Sunday, 18 February 2007

Ten propositions on theodicy

by Kim Fabricius

1. Unde malum? Primers on theodicy easily put the question: God is supposed to be both all-loving and all-powerful, yet evil and suffering demonstrably exist. Therefore either God can do something about it but won’t – in which case God is not all-loving; or God wants to do something about it but can’t – in which case God is not all-powerful. Gotcha! Or so it would seem.

2. It is quite astonishing that Christians have allowed themselves to be set up in this way – or at least post-Enlightenment Christians. For as Kenneth Surin points out, “It is no exaggeration to say that virtually every contemporary discussion of the theodicy question is premised, implicitly or explicitly, on an understanding of ‘God’ overwhelmingly constrained by the principles of seventeenth- and eighteenth-century philosophical theism.” And Surin goes on to observe that the ‘God’ this discussion seeks “to justify is the very ‘thing’ that the adherent of a properly Christian ‘understanding’ of God will find herself being disposed to abjure.” Of course pre-modern Christians wrestled with the reality of evil and suffering, but their faith was not intimidated by it, nor did it throw their belief in the divine goodness into a crisis of coherence. Unde malum? Rather Quis Deus! Not the god of theism who is discussed remoto Christo, but God the Trinity, the Deus incarnatus et crucifixus, who is known in worship.

3. Alas, many Christian theologians themselves do not seem to know this God. They think God requires an apologetics, and their defence takes the form of accusation and explanation. First, they are Job’s comforters, resembling “a circle of police around a suspect” (Girard), reading a list of the charges to the suspect from Uz; and then they are attorneys for God in the dock, arguing the case of their client in absentia with cool calculation and untroubled conviction. The irony is that in explaining evil and suffering, theodicists inevitably explain them away. Wittgenstein said that “What’s ragged should be left ragged,” but the post-Cartesian theodicist, intent on “reducing the muddy and mixed to the clear and distinct,” not only “idealizes the reality of evils” but also, in his theoretical detachment, connives in the conditions that give them purchase (Terrence Tilley); and in making a pact with death in order to defend the deity, he unwittingly turns God himself into a capital criminal.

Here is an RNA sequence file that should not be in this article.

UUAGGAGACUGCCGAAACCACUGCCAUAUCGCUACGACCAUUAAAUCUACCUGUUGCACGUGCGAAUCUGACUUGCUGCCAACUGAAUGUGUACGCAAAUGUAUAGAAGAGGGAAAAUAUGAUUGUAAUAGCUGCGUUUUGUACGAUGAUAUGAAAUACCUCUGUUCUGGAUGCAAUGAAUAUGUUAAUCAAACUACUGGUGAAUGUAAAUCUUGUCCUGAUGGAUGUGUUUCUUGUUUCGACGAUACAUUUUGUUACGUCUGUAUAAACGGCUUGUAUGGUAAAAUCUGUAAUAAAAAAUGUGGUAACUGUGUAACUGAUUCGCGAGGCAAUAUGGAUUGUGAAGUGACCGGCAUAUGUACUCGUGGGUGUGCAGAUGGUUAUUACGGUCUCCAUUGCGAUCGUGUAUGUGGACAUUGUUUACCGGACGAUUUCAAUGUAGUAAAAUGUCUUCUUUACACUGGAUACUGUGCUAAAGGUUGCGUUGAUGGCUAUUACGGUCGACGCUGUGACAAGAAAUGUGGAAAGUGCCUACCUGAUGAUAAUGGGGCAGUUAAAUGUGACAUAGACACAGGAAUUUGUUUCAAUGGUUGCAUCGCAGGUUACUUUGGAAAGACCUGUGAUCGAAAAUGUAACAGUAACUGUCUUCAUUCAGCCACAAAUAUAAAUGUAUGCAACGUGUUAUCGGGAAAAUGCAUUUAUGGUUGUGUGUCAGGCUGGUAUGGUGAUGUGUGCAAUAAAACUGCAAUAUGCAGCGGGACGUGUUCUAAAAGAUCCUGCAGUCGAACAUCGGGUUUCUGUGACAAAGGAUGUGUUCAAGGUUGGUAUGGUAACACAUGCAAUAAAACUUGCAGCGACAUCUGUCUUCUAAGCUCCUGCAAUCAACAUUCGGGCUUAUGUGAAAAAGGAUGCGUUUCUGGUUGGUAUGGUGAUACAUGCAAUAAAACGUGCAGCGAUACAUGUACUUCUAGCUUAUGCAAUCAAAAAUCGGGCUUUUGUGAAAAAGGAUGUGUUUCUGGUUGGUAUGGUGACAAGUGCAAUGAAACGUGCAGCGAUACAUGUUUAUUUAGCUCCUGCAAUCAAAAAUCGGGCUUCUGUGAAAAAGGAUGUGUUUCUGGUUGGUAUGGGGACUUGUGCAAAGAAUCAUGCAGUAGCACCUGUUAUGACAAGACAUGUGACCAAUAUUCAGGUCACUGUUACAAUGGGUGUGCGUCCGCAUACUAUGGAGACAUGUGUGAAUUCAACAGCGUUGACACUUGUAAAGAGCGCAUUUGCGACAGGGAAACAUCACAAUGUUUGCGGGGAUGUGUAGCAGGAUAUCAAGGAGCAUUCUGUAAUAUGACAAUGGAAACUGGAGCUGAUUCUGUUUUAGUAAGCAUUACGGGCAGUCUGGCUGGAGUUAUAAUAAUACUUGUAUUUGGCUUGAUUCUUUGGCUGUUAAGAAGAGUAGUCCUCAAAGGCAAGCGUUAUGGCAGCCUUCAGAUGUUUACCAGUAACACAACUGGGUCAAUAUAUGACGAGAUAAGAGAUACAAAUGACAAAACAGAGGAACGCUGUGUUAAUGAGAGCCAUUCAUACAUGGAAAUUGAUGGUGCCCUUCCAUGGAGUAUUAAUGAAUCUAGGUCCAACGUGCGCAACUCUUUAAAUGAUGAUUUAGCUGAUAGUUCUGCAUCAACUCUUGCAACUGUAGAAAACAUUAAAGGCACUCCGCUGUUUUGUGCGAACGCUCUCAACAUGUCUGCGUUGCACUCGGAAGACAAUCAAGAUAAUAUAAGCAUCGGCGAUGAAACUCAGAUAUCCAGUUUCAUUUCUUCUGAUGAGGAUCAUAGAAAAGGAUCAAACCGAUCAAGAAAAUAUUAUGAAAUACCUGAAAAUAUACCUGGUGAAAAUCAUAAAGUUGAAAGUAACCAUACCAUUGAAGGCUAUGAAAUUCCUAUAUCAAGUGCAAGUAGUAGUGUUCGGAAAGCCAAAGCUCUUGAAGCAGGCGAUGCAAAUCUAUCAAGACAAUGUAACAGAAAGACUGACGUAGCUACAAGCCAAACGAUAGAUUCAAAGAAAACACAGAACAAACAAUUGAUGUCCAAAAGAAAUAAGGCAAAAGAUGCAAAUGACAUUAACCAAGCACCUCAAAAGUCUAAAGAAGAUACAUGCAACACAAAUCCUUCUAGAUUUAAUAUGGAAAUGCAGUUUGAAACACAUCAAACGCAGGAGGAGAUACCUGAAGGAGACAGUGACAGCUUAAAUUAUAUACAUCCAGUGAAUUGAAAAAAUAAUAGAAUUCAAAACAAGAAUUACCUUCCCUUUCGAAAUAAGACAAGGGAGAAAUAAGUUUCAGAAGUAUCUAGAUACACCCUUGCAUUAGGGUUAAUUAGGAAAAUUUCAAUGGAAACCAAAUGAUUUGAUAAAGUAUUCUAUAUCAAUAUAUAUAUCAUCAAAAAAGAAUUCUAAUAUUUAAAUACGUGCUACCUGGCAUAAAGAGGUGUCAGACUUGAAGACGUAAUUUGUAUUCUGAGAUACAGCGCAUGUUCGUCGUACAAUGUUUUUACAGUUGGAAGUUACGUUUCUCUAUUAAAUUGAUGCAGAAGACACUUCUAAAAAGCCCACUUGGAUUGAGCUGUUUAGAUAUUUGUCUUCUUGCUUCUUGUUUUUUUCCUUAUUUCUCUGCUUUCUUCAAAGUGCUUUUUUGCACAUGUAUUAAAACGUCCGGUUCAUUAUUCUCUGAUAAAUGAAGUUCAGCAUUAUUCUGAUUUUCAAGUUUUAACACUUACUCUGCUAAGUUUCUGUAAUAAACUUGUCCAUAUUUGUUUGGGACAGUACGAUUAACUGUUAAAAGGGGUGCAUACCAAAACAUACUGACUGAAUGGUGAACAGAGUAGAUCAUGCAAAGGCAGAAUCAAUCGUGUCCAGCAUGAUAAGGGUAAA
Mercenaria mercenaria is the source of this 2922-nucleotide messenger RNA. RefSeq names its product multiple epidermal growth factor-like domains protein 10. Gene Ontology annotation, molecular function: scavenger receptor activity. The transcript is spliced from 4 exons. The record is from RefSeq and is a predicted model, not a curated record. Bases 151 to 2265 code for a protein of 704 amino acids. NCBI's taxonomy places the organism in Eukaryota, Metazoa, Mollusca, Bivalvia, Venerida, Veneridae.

4. Process theologians are the greatest explainers. Their strategy turns on free will. Evil, they urge, is the inevitable risk of human agency, and if it results in free-fall and its attendant wreckage, well, (a) we can’t blame God; and (b), still, this valley of death is also a vale of soul-making (i.e. suffering has pedagogical or therapeutic value). But even apart from the question “How real is our freedom?”, can bad choices alone account for the sheer scale of suffering, and therefore can the buck be so easily passed? And can so-called second-order virtues bear the burden of vindication that is placed upon them? Marilyn McCord Adams declares that, given “horrendous evils” – the physical agony, the eclipse of meaning (what Simone Weil called “affliction”) – this putative god would be paying us “an inappropriate respect,” and indeed “would not thereby honor but violate our agency by crushing it with responsibility for individual and cosmic ruin.” And D. Z. Phillips refers to the argument from character development as “the outward-bound school of theology,” and suggests that “to rescue sufferings from degradation by employing cost-benefit analysis is like rescuing a prostitute from degradation by telling her to charge higher fees.”

5. Calvinists are the greatest defenders. David Bentley Hart writes of a Calvinist minister who, “positively intoxicated by the grandeur of divine sovereignty, proclaimed that the Indian Ocean disaster – like everything else – was a direct expression of the divine will, acting according to hidden and eternal counsels it would be impious to attempt to penetrate, and producing consequences it would be sinful to presume to judge” (with chapter and verse, of course). More extreme still are the false prophets who thundered that the denizens of the Sodom of New Orleans only got what was coming to them when the whirlwind of Katrina tore into the city. I admit to finding this whole track of retributive thought so unbearably desolate that I will only say, in answer, that here we see the dead and deathly end of late medieval nominalism, see that potentia absoluta is at best a theological solecism, and at worst sheer satanic power. It is also the inevitable result of the deity known in abstraction from the concrete reality of Christ. God cannot will evil and suffering, either directly or indirectly.